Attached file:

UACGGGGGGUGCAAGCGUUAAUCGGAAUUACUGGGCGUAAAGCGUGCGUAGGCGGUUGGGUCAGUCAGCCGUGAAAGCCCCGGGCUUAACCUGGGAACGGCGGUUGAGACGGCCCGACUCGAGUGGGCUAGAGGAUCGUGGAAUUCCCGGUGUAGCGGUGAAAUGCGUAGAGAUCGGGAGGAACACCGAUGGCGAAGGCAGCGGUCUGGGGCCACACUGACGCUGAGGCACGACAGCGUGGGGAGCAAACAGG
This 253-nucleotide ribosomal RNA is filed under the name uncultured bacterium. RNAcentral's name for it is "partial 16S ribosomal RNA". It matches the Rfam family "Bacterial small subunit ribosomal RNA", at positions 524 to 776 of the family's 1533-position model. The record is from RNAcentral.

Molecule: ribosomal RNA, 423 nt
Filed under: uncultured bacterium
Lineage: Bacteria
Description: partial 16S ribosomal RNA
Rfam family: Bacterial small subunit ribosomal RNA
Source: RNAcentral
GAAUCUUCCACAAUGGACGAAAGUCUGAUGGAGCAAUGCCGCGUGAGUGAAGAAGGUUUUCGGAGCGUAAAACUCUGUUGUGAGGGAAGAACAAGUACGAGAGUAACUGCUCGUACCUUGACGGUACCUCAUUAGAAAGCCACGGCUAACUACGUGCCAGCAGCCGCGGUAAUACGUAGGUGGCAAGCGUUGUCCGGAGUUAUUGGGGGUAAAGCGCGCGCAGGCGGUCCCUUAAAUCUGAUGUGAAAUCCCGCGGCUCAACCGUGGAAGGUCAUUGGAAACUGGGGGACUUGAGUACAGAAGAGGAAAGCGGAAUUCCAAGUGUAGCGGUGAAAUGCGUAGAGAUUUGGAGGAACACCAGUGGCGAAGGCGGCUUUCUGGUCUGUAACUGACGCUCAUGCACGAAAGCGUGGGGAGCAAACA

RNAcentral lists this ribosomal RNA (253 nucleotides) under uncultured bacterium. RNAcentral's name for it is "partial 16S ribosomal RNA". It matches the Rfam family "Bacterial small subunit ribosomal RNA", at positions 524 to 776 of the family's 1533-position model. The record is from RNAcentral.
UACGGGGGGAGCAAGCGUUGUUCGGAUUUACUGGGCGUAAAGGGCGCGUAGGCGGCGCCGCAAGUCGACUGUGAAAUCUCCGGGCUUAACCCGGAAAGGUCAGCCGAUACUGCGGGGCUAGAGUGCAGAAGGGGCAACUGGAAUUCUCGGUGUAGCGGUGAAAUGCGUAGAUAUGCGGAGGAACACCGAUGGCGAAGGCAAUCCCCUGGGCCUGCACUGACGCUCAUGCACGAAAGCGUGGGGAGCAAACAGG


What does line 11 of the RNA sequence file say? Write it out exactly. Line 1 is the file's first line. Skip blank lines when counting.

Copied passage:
UACGGGGGGAGCAAGCGUUGUUCGGAUUUACUGGGCGUAAAGGGCGCGUAGGCGGCGCCGCAAGUCGACUGUGAAAUCUCCGGGCUUAACCCGGAAAGGUCAGCCGAUACUGCGGGGCUAGAGUGCAGAAGGGGCAACUGGAAUUCUCGGUGUAGCGGUGAAAUGCGUAGAUAUGCGGAGGAACACCGAUGGCGAAGGCAAUCCCCUGGGCCUGCACUGACGCUCAUGCACGAAAGCGUGGGGAGCAAACAGG